You'd be on your bike cruisin' the streets with your mates when you saw the black clouds rolling in off the ocean. Sometimes they would just blow out to sea and you were annoyed the burst of rain did not come to release the dry heat in the day. Or, on more that one occasion you'd look up at the sky and quickly try to calculate whether to make a bolt for home or to wait it out under the closest shelter.
The Darwin rain storms I remember were intense, noisy with thunder and over within minutes. I have fond memories of trying to beat a storm when I was about 10-11 years old. I belted around two blocks with the dark sky trying to catch me, however, my legs were like pistons and I hovered inches in front of the darkening sky. I was about 5 metres from home when the sky opened up and dumped what felt like a swimming pool of rain drops on me as I stared at the dry veranda of my home.
It's funny, I don't have a lot of clear memories from my childhood but I can still remember the annoyed feeling of defeat combined with the rich smell of rain when this memory floats into my mind.
Alas, I do not live in the tropics any more and the weather this far south east of Darwin is much colder and incredibly wet, the kind of weather you sit at home and start craving warm, wholesome food. Luckily I stocked the fridge well on Friday so I could have a play in the kitchen this weekend.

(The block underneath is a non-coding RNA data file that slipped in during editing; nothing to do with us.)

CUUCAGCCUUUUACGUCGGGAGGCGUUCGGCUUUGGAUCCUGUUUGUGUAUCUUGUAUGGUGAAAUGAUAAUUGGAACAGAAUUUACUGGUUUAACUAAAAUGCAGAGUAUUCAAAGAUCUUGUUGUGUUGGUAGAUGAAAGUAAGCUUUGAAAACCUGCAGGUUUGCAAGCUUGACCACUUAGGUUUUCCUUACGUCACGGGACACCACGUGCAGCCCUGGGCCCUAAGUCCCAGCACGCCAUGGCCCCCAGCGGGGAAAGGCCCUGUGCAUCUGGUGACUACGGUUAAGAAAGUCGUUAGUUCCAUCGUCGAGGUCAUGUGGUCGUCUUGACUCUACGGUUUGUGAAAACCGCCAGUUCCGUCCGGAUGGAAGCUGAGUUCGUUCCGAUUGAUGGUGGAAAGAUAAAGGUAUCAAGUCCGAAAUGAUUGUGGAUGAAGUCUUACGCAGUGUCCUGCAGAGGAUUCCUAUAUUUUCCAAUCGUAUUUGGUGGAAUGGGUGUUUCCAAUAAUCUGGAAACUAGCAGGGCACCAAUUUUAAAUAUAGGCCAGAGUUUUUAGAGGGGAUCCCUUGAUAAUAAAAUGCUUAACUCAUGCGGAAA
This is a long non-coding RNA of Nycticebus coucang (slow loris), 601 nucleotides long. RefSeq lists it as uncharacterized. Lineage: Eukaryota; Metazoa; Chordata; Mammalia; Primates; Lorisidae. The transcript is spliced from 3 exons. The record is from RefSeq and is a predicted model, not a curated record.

I learnt to love Tuscan cabbage or cavalo nero when we were living in Florence a few years ago and living in cold....very cold climates. It is a deep green vegetable that loves to be gently braised and has a rich earthy flavour. Every time I eat it, I just feel better. However, it is a vegetable you have to learn to love when you're one of my kids.
I had some leftover pancetta in the fridge that need to be used up so I slowly started sauteing onions then adding about 5 cloves of smashed garlic and roughly chopped pancetta. Once the fat of the pancetta started to go transparent I added a bunch of roughly chopped Tuscan cabbage with salt and pepper. So all the flavour stays in the vegetable I placed a lid on top, while it wilted down and absorbed the flavours of the pancetta and garlic.
Diced carrots were added to the soup base and then 4-5 large potatoes roughly cut. I leave the skins on, of course you can peel them for a smoother texture. After sauteing the base for a further 5 minutes I then added a couple pieces of parmesan skin (always save that last bit of rind when you've grated all the cheese for just such occasions) and then topped the soup pot up with cold water. Once you bring it to a boil with the lid off, skim the top, reduce the heat to a medium-to-low and leave it to reduce down.
When the potatoes have broken down and the smell is rich and wholesome turn off your soup and leave to steep for about 10 minutes before you serve. To make our lunch even more exciting I had some raclette cheese in the fridge from a previous dinner party. That combined with cheddar cheese and then melted on Turkish bread was the absolute perfect rainy, damp and cold long weekend holiday lunch!
I have to be honest and tell you the boys were not impressed with the dark green leaves in the soup. Max dared to try it and actually enjoyed it, Alex however, refused to like it (without even tasting it!) and then tried to pick out all the potato while asking why we didn't just have noodles for lunch? I think a few more bowls of this soup over winter should set him straight......or make him really hungry and stubborn. I'll just have to wait and see but one thing was certain, the melted cheesy toast was a big hit!